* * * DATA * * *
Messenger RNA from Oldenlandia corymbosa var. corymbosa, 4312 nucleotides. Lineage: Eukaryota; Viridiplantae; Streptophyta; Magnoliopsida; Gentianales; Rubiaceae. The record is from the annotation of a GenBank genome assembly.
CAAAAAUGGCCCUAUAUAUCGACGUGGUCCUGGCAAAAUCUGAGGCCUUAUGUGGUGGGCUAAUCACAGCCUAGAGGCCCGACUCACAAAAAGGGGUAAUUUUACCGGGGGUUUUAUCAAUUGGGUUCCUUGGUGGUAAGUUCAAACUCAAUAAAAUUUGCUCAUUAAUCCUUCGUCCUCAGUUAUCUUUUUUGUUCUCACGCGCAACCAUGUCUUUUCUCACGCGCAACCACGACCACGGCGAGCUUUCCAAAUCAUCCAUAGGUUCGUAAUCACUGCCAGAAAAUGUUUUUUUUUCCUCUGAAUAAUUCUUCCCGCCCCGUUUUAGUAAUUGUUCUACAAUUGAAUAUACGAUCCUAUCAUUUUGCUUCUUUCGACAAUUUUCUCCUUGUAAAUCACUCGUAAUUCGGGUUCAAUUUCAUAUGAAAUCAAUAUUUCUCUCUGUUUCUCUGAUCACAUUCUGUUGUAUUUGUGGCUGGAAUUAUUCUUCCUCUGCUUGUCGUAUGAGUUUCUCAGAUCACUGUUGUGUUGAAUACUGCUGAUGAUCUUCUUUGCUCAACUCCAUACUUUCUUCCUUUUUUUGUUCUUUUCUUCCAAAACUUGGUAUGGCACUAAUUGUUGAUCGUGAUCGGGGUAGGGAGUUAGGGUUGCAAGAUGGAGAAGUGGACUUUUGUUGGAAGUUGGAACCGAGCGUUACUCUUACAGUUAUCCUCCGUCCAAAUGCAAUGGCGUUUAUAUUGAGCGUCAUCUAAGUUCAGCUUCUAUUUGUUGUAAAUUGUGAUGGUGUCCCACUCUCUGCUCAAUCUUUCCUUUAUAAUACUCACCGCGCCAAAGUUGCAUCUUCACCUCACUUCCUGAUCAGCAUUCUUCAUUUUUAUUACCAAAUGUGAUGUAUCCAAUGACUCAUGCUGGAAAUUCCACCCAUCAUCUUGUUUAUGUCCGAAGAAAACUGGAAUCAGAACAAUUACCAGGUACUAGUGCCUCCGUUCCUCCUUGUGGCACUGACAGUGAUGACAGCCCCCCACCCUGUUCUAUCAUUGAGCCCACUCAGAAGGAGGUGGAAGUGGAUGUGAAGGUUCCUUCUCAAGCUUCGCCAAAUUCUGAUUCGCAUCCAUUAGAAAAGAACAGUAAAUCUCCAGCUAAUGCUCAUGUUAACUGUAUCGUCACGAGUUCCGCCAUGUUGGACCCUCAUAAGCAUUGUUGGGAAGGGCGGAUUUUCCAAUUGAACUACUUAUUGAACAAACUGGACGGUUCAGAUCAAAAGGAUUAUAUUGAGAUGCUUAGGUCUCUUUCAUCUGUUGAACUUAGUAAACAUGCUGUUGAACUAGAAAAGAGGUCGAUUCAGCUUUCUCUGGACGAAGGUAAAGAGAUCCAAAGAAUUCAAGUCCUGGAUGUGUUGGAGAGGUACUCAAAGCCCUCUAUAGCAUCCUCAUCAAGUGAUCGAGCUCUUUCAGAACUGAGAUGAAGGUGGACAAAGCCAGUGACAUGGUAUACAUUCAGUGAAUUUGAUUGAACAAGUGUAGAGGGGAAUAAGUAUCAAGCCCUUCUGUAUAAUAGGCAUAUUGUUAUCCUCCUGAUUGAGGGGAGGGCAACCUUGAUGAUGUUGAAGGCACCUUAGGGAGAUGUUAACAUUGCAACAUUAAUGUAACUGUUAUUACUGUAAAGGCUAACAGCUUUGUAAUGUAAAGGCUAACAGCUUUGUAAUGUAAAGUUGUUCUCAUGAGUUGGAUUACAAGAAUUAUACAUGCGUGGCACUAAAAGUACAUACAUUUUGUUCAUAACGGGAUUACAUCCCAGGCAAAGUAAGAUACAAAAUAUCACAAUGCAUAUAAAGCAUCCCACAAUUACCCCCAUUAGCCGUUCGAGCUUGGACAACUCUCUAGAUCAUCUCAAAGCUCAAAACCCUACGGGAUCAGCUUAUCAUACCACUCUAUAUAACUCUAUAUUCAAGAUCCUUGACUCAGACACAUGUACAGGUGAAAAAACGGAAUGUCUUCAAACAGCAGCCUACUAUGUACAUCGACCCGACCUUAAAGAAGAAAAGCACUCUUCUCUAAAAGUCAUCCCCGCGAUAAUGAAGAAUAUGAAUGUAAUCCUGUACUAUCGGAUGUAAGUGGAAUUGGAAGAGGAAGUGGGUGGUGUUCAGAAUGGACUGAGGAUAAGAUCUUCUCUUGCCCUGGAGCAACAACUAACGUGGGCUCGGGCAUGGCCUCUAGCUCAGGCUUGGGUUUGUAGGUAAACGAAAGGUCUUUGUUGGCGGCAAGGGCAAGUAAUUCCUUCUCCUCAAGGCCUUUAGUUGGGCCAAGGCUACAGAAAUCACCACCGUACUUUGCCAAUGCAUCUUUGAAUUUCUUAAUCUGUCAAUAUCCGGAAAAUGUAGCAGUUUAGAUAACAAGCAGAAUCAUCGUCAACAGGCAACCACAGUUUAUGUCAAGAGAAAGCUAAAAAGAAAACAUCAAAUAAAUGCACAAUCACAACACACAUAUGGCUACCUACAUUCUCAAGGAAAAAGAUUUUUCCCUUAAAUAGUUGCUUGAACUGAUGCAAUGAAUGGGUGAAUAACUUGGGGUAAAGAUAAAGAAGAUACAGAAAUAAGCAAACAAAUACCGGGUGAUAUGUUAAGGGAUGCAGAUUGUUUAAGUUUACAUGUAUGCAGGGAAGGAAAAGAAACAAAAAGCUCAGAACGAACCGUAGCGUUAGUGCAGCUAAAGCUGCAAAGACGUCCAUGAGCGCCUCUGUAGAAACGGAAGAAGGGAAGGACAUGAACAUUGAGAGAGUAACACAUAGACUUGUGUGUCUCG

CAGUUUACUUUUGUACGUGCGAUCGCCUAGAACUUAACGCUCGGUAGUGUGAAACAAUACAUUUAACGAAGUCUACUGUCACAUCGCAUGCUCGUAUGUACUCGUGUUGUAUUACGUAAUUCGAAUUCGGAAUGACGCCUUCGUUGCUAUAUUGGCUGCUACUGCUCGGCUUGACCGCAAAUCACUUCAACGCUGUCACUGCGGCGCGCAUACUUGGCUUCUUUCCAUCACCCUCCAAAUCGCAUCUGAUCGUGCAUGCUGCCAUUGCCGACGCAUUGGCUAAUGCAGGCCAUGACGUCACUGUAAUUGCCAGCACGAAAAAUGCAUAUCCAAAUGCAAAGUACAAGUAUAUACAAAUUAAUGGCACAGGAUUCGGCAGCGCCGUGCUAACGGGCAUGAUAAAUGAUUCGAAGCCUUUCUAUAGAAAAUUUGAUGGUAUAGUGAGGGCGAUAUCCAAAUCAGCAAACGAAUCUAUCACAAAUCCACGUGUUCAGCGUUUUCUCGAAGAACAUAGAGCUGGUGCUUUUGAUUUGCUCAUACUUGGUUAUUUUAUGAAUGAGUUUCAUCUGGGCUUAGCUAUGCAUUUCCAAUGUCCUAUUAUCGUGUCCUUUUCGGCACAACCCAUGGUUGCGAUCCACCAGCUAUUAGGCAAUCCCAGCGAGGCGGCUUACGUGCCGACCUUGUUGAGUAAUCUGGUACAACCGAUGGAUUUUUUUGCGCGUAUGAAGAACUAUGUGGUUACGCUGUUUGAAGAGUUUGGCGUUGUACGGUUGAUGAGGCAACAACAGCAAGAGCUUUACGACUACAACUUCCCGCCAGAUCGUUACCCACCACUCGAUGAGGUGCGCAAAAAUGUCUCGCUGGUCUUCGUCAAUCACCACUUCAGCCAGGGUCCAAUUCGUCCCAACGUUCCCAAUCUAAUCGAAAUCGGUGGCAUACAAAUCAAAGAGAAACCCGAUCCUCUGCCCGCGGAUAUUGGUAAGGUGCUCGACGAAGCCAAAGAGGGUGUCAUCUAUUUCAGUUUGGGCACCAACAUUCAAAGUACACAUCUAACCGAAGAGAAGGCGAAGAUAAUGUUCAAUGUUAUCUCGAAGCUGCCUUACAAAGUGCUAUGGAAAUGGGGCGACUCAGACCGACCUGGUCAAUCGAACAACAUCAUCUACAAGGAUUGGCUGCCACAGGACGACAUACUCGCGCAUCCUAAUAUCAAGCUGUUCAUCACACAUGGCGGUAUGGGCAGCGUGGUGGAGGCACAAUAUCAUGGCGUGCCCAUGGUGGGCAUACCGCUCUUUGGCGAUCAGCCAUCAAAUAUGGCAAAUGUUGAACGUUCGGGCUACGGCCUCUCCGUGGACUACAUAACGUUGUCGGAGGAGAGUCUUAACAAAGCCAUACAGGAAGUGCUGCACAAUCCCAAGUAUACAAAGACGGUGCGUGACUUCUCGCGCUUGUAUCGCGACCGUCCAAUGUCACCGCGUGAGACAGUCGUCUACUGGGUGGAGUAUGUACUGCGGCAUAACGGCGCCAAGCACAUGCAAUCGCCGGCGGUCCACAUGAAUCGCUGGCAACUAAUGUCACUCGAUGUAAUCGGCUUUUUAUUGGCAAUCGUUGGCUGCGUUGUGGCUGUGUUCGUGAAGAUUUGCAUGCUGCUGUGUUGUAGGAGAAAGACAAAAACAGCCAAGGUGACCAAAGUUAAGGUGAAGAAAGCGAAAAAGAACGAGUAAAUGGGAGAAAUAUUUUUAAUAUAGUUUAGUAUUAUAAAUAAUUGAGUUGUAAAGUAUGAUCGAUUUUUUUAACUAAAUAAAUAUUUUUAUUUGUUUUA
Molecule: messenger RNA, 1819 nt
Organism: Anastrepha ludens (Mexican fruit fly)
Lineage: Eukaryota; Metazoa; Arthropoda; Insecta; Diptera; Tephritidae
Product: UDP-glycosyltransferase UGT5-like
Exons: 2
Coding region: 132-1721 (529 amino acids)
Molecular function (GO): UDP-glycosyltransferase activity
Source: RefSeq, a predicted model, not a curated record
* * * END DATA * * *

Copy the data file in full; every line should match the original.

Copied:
Messenger RNA from Oldenlandia corymbosa var. corymbosa, 4312 nucleotides. Lineage: Eukaryota; Viridiplantae; Streptophyta; Magnoliopsida; Gentianales; Rubiaceae. The record is from the annotation of a GenBank genome assembly.
CAAAAAUGGCCCUAUAUAUCGACGUGGUCCUGGCAAAAUCUGAGGCCUUAUGUGGUGGGCUAAUCACAGCCUAGAGGCCCGACUCACAAAAAGGGGUAAUUUUACCGGGGGUUUUAUCAAUUGGGUUCCUUGGUGGUAAGUUCAAACUCAAUAAAAUUUGCUCAUUAAUCCUUCGUCCUCAGUUAUCUUUUUUGUUCUCACGCGCAACCAUGUCUUUUCUCACGCGCAACCACGACCACGGCGAGCUUUCCAAAUCAUCCAUAGGUUCGUAAUCACUGCCAGAAAAUGUUUUUUUUUCCUCUGAAUAAUUCUUCCCGCCCCGUUUUAGUAAUUGUUCUACAAUUGAAUAUACGAUCCUAUCAUUUUGCUUCUUUCGACAAUUUUCUCCUUGUAAAUCACUCGUAAUUCGGGUUCAAUUUCAUAUGAAAUCAAUAUUUCUCUCUGUUUCUCUGAUCACAUUCUGUUGUAUUUGUGGCUGGAAUUAUUCUUCCUCUGCUUGUCGUAUGAGUUUCUCAGAUCACUGUUGUGUUGAAUACUGCUGAUGAUCUUCUUUGCUCAACUCCAUACUUUCUUCCUUUUUUUGUUCUUUUCUUCCAAAACUUGGUAUGGCACUAAUUGUUGAUCGUGAUCGGGGUAGGGAGUUAGGGUUGCAAGAUGGAGAAGUGGACUUUUGUUGGAAGUUGGAACCGAGCGUUACUCUUACAGUUAUCCUCCGUCCAAAUGCAAUGGCGUUUAUAUUGAGCGUCAUCUAAGUUCAGCUUCUAUUUGUUGUAAAUUGUGAUGGUGUCCCACUCUCUGCUCAAUCUUUCCUUUAUAAUACUCACCGCGCCAAAGUUGCAUCUUCACCUCACUUCCUGAUCAGCAUUCUUCAUUUUUAUUACCAAAUGUGAUGUAUCCAAUGACUCAUGCUGGAAAUUCCACCCAUCAUCUUGUUUAUGUCCGAAGAAAACUGGAAUCAGAACAAUUACCAGGUACUAGUGCCUCCGUUCCUCCUUGUGGCACUGACAGUGAUGACAGCCCCCCACCCUGUUCUAUCAUUGAGCCCACUCAGAAGGAGGUGGAAGUGGAUGUGAAGGUUCCUUCUCAAGCUUCGCCAAAUUCUGAUUCGCAUCCAUUAGAAAAGAACAGUAAAUCUCCAGCUAAUGCUCAUGUUAACUGUAUCGUCACGAGUUCCGCCAUGUUGGACCCUCAUAAGCAUUGUUGGGAAGGGCGGAUUUUCCAAUUGAACUACUUAUUGAACAAACUGGACGGUUCAGAUCAAAAGGAUUAUAUUGAGAUGCUUAGGUCUCUUUCAUCUGUUGAACUUAGUAAACAUGCUGUUGAACUAGAAAAGAGGUCGAUUCAGCUUUCUCUGGACGAAGGUAAAGAGAUCCAAAGAAUUCAAGUCCUGGAUGUGUUGGAGAGGUACUCAAAGCCCUCUAUAGCAUCCUCAUCAAGUGAUCGAGCUCUUUCAGAACUGAGAUGAAGGUGGACAAAGCCAGUGACAUGGUAUACAUUCAGUGAAUUUGAUUGAACAAGUGUAGAGGGGAAUAAGUAUCAAGCCCUUCUGUAUAAUAGGCAUAUUGUUAUCCUCCUGAUUGAGGGGAGGGCAACCUUGAUGAUGUUGAAGGCACCUUAGGGAGAUGUUAACAUUGCAACAUUAAUGUAACUGUUAUUACUGUAAAGGCUAACAGCUUUGUAAUGUAAAGGCUAACAGCUUUGUAAUGUAAAGUUGUUCUCAUGAGUUGGAUUACAAGAAUUAUACAUGCGUGGCACUAAAAGUACAUACAUUUUGUUCAUAACGGGAUUACAUCCCAGGCAAAGUAAGAUACAAAAUAUCACAAUGCAUAUAAAGCAUCCCACAAUUACCCCCAUUAGCCGUUCGAGCUUGGACAACUCUCUAGAUCAUCUCAAAGCUCAAAACCCUACGGGAUCAGCUUAUCAUACCACUCUAUAUAACUCUAUAUUCAAGAUCCUUGACUCAGACACAUGUACAGGUGAAAAAACGGAAUGUCUUCAAACAGCAGCCUACUAUGUACAUCGACCCGACCUUAAAGAAGAAAAGCACUCUUCUCUAAAAGUCAUCCCCGCGAUAAUGAAGAAUAUGAAUGUAAUCCUGUACUAUCGGAUGUAAGUGGAAUUGGAAGAGGAAGUGGGUGGUGUUCAGAAUGGACUGAGGAUAAGAUCUUCUCUUGCCCUGGAGCAACAACUAACGUGGGCUCGGGCAUGGCCUCUAGCUCAGGCUUGGGUUUGUAGGUAAACGAAAGGUCUUUGUUGGCGGCAAGGGCAAGUAAUUCCUUCUCCUCAAGGCCUUUAGUUGGGCCAAGGCUACAGAAAUCACCACCGUACUUUGCCAAUGCAUCUUUGAAUUUCUUAAUCUGUCAAUAUCCGGAAAAUGUAGCAGUUUAGAUAACAAGCAGAAUCAUCGUCAACAGGCAACCACAGUUUAUGUCAAGAGAAAGCUAAAAAGAAAACAUCAAAUAAAUGCACAAUCACAACACACAUAUGGCUACCUACAUUCUCAAGGAAAAAGAUUUUUCCCUUAAAUAGUUGCUUGAACUGAUGCAAUGAAUGGGUGAAUAACUUGGGGUAAAGAUAAAGAAGAUACAGAAAUAAGCAAACAAAUACCGGGUGAUAUGUUAAGGGAUGCAGAUUGUUUAAGUUUACAUGUAUGCAGGGAAGGAAAAGAAACAAAAAGCUCAGAACGAACCGUAGCGUUAGUGCAGCUAAAGCUGCAAAGACGUCCAUGAGCGCCUCUGUAGAAACGGAAGAAGGGAAGGACAUGAACAUUGAGAGAGUAACACAUAGACUUGUGUGUCUCG

CAGUUUACUUUUGUACGUGCGAUCGCCUAGAACUUAACGCUCGGUAGUGUGAAACAAUACAUUUAACGAAGUCUACUGUCACAUCGCAUGCUCGUAUGUACUCGUGUUGUAUUACGUAAUUCGAAUUCGGAAUGACGCCUUCGUUGCUAUAUUGGCUGCUACUGCUCGGCUUGACCGCAAAUCACUUCAACGCUGUCACUGCGGCGCGCAUACUUGGCUUCUUUCCAUCACCCUCCAAAUCGCAUCUGAUCGUGCAUGCUGCCAUUGCCGACGCAUUGGCUAAUGCAGGCCAUGACGUCACUGUAAUUGCCAGCACGAAAAAUGCAUAUCCAAAUGCAAAGUACAAGUAUAUACAAAUUAAUGGCACAGGAUUCGGCAGCGCCGUGCUAACGGGCAUGAUAAAUGAUUCGAAGCCUUUCUAUAGAAAAUUUGAUGGUAUAGUGAGGGCGAUAUCCAAAUCAGCAAACGAAUCUAUCACAAAUCCACGUGUUCAGCGUUUUCUCGAAGAACAUAGAGCUGGUGCUUUUGAUUUGCUCAUACUUGGUUAUUUUAUGAAUGAGUUUCAUCUGGGCUUAGCUAUGCAUUUCCAAUGUCCUAUUAUCGUGUCCUUUUCGGCACAACCCAUGGUUGCGAUCCACCAGCUAUUAGGCAAUCCCAGCGAGGCGGCUUACGUGCCGACCUUGUUGAGUAAUCUGGUACAACCGAUGGAUUUUUUUGCGCGUAUGAAGAACUAUGUGGUUACGCUGUUUGAAGAGUUUGGCGUUGUACGGUUGAUGAGGCAACAACAGCAAGAGCUUUACGACUACAACUUCCCGCCAGAUCGUUACCCACCACUCGAUGAGGUGCGCAAAAAUGUCUCGCUGGUCUUCGUCAAUCACCACUUCAGCCAGGGUCCAAUUCGUCCCAACGUUCCCAAUCUAAUCGAAAUCGGUGGCAUACAAAUCAAAGAGAAACCCGAUCCUCUGCCCGCGGAUAUUGGUAAGGUGCUCGACGAAGCCAAAGAGGGUGUCAUCUAUUUCAGUUUGGGCACCAACAUUCAAAGUACACAUCUAACCGAAGAGAAGGCGAAGAUAAUGUUCAAUGUUAUCUCGAAGCUGCCUUACAAAGUGCUAUGGAAAUGGGGCGACUCAGACCGACCUGGUCAAUCGAACAACAUCAUCUACAAGGAUUGGCUGCCACAGGACGACAUACUCGCGCAUCCUAAUAUCAAGCUGUUCAUCACACAUGGCGGUAUGGGCAGCGUGGUGGAGGCACAAUAUCAUGGCGUGCCCAUGGUGGGCAUACCGCUCUUUGGCGAUCAGCCAUCAAAUAUGGCAAAUGUUGAACGUUCGGGCUACGGCCUCUCCGUGGACUACAUAACGUUGUCGGAGGAGAGUCUUAACAAAGCCAUACAGGAAGUGCUGCACAAUCCCAAGUAUACAAAGACGGUGCGUGACUUCUCGCGCUUGUAUCGCGACCGUCCAAUGUCACCGCGUGAGACAGUCGUCUACUGGGUGGAGUAUGUACUGCGGCAUAACGGCGCCAAGCACAUGCAAUCGCCGGCGGUCCACAUGAAUCGCUGGCAACUAAUGUCACUCGAUGUAAUCGGCUUUUUAUUGGCAAUCGUUGGCUGCGUUGUGGCUGUGUUCGUGAAGAUUUGCAUGCUGCUGUGUUGUAGGAGAAAGACAAAAACAGCCAAGGUGACCAAAGUUAAGGUGAAGAAAGCGAAAAAGAACGAGUAAAUGGGAGAAAUAUUUUUAAUAUAGUUUAGUAUUAUAAAUAAUUGAGUUGUAAAGUAUGAUCGAUUUUUUUAACUAAAUAAAUAUUUUUAUUUGUUUUA
Molecule: messenger RNA, 1819 nt
Organism: Anastrepha ludens (Mexican fruit fly)
Lineage: Eukaryota; Metazoa; Arthropoda; Insecta; Diptera; Tephritidae
Product: UDP-glycosyltransferase UGT5-like
Exons: 2
Coding region: 132-1721 (529 amino acids)
Molecular function (GO): UDP-glycosyltransferase activity
Source: RefSeq, a predicted model, not a curated record